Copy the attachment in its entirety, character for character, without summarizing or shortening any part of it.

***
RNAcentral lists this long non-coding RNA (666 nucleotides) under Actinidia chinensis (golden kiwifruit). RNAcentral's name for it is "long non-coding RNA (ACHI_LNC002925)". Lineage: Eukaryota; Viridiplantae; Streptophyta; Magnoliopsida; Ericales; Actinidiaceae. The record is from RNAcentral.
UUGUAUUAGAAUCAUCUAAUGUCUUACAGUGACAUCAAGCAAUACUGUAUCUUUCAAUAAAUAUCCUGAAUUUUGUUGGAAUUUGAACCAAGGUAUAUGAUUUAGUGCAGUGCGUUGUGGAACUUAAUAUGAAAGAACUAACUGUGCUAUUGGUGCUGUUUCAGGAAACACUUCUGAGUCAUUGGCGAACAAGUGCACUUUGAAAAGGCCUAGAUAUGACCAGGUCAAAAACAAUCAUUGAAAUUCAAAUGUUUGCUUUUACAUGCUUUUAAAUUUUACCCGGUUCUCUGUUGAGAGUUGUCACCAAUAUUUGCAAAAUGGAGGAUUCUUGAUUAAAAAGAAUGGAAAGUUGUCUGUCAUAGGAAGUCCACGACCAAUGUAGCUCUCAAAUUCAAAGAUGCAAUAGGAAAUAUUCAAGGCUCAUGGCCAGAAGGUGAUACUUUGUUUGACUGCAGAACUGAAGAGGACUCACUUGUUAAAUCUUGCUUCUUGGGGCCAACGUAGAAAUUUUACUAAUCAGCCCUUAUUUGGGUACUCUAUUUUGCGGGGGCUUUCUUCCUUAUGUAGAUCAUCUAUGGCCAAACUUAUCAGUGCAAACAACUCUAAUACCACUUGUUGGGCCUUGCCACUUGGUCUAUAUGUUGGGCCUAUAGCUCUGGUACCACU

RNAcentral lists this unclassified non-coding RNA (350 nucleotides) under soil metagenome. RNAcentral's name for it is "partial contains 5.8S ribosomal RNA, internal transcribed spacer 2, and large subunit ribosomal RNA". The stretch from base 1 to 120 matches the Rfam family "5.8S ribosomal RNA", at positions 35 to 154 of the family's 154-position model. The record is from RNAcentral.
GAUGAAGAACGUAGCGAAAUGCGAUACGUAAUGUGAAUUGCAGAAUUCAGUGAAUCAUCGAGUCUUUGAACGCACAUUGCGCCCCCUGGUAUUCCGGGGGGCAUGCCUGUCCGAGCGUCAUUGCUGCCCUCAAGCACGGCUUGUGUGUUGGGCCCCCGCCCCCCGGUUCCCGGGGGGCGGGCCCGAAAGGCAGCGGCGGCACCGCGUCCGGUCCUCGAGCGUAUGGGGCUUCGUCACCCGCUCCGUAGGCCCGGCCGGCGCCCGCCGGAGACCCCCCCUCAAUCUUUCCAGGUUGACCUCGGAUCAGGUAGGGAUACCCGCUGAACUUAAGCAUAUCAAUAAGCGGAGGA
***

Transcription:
RNAcentral lists this long non-coding RNA (666 nucleotides) under Actinidia chinensis (golden kiwifruit). RNAcentral's name for it is "long non-coding RNA (ACHI_LNC002925)". Lineage: Eukaryota; Viridiplantae; Streptophyta; Magnoliopsida; Ericales; Actinidiaceae. The record is from RNAcentral.
UUGUAUUAGAAUCAUCUAAUGUCUUACAGUGACAUCAAGCAAUACUGUAUCUUUCAAUAAAUAUCCUGAAUUUUGUUGGAAUUUGAACCAAGGUAUAUGAUUUAGUGCAGUGCGUUGUGGAACUUAAUAUGAAAGAACUAACUGUGCUAUUGGUGCUGUUUCAGGAAACACUUCUGAGUCAUUGGCGAACAAGUGCACUUUGAAAAGGCCUAGAUAUGACCAGGUCAAAAACAAUCAUUGAAAUUCAAAUGUUUGCUUUUACAUGCUUUUAAAUUUUACCCGGUUCUCUGUUGAGAGUUGUCACCAAUAUUUGCAAAAUGGAGGAUUCUUGAUUAAAAAGAAUGGAAAGUUGUCUGUCAUAGGAAGUCCACGACCAAUGUAGCUCUCAAAUUCAAAGAUGCAAUAGGAAAUAUUCAAGGCUCAUGGCCAGAAGGUGAUACUUUGUUUGACUGCAGAACUGAAGAGGACUCACUUGUUAAAUCUUGCUUCUUGGGGCCAACGUAGAAAUUUUACUAAUCAGCCCUUAUUUGGGUACUCUAUUUUGCGGGGGCUUUCUUCCUUAUGUAGAUCAUCUAUGGCCAAACUUAUCAGUGCAAACAACUCUAAUACCACUUGUUGGGCCUUGCCACUUGGUCUAUAUGUUGGGCCUAUAGCUCUGGUACCACU

RNAcentral lists this unclassified non-coding RNA (350 nucleotides) under soil metagenome. RNAcentral's name for it is "partial contains 5.8S ribosomal RNA, internal transcribed spacer 2, and large subunit ribosomal RNA". The stretch from base 1 to 120 matches the Rfam family "5.8S ribosomal RNA", at positions 35 to 154 of the family's 154-position model. The record is from RNAcentral.
GAUGAAGAACGUAGCGAAAUGCGAUACGUAAUGUGAAUUGCAGAAUUCAGUGAAUCAUCGAGUCUUUGAACGCACAUUGCGCCCCCUGGUAUUCCGGGGGGCAUGCCUGUCCGAGCGUCAUUGCUGCCCUCAAGCACGGCUUGUGUGUUGGGCCCCCGCCCCCCGGUUCCCGGGGGGCGGGCCCGAAAGGCAGCGGCGGCACCGCGUCCGGUCCUCGAGCGUAUGGGGCUUCGUCACCCGCUCCGUAGGCCCGGCCGGCGCCCGCCGGAGACCCCCCCUCAAUCUUUCCAGGUUGACCUCGGAUCAGGUAGGGAUACCCGCUGAACUUAAGCAUAUCAAUAAGCGGAGGA